all there was ever a troubled melancholy look; the clouds which had
returned after the rain had not yet passed away. To Fan they were very
much, those few daily words which served to keep her hope alive, while
her heart hungered for the love that was more than food to her.

Even in her sleep this unsatisfied instinct of her nature and perpetual
craving made her dreams sad. But not always, for on more than one
occasion she had a very strange sweet dream of Mary pressing her lips and
whispering some tender assurance to her; and this dream was so vivid, so
like reality, that when she woke she seemed to feel still on face and
hands the sensation of loving lips and other clasping hands, so that she
put out her hands to return the embrace. And one night from that dream
she woke very suddenly, and saw a light in the room--the light of a small
shaded lamp moving away towards the door, and Mary, in a white wrapper,
with her dark hair hanging unbound on her back, was carrying it.

"Mary, Mary!" cried the girl, starting up in bed, and holding out her

The other turned, and for a little while stood looking at her; no ghost
nor somnambulist was she in appearance, with those bright wakeful eyes,
the curious smile that played about her lips, and the rich colour,
perhaps from confusion or shame at being detected, surging back into her
lately pale face. She did not refuse the girl's appeal, or try any longer
to conceal her feelings. Setting the lamp down she came to the bedside,
and taking Fan in her arms, held her in a long close embrace. When she
had finished caressing the girl she remained standing for some time
silent beside the bed, her eyes cast down as if in thought, and an
expression half melancholy but strangely tender and beautiful on her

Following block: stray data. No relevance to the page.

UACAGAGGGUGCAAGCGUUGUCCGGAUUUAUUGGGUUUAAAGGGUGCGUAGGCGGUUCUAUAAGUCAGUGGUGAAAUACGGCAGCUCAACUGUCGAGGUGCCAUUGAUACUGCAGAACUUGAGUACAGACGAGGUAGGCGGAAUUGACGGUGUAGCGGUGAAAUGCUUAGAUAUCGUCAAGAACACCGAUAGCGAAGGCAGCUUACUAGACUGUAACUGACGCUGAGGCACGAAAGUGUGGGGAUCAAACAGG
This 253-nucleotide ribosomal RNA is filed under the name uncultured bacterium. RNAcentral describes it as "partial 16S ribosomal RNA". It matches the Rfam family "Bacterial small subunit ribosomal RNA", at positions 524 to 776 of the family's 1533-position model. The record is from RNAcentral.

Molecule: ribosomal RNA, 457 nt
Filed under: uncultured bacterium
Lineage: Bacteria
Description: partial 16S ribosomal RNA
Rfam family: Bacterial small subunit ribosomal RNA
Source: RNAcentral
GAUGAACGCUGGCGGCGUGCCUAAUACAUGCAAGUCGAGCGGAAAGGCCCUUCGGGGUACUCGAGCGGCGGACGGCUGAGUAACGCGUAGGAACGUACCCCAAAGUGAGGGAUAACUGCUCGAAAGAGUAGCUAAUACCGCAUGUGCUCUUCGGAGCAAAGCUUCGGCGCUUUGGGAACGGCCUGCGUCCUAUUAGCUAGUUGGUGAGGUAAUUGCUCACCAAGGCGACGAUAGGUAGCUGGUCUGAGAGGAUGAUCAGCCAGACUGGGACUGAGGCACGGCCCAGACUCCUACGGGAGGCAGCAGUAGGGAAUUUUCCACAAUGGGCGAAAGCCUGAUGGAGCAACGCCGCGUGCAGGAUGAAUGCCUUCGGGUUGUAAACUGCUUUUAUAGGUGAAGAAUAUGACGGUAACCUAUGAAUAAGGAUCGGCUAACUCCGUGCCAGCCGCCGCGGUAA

Presently she bent down over the girl again and spoke.

"Don't fret, dearest, if I seem bad-tempered and strange. I love you just
the same; I have come here more than once to kiss you when you were
asleep. Do you remember how angry you made me when you asked if you had
come between that man and me, and if I were sorry? You _did_ come
between us, Fan, in a way that his wholly corrupt soul would never
understand. But you could not have done me a greater service than that--
no, not if you had spilt your heart's blood for me. You have repaid me
for all that I have done, or ever can do for you, and have made me your
debtor besides for the rest of my life."

That midnight interview with her mistress had thereafter a very bright
and beautiful place in Fan's memory, and still thinking of it she would
sometimes lie awake for hours, wishing and hoping that Mary would come to
her again in one of her tender moods. But it did not happen again; for
Mary was not one to recover quickly from such a wound as she had
suffered, and she still brooded, wrapped up in her own thoughts, dreaming
perhaps of revenge. And in the meantime bitter blustering March wore on
to its end, the sun daily gaining power; and then, all at once, it was
April, with sunshine and showers; and some heavenly angel passed by and
touched the brown old desolate elms in Kensington Gardens with tenderest
green; and as by a miracle the baskets of the flower-girls in Westbourne
Grove were filled to overflowing with spring flowers--pale primroses that
die unmarried; and daffodils that come before the swallow dares, shining
like gold; and violets dim, but sweeter than the lids of Juno's eyes, or
Cytherea's breath.


One afternoon, returning from Westbourne Grove, where she had been out to
buy flowers for the table, on coming into the hall, Fan was surprised to
hear Miss Starbrow in the dining-room talking to a stranger, with a
cheerful ring in her voice, which had not been heard for many weeks. She
was about to run upstairs to her room, when her mistress called out, "Is
that you, Fan? Come in here; I want you."

Miss Starbrow and her visitor were sitting near the window. How changed
she looked, with her cheeks so full of rich red colour, and her dark eyes
sparkling with happy, almost joyous excitement! But she did not speak
when Fan, blushing a little with shyness, advanced into the room and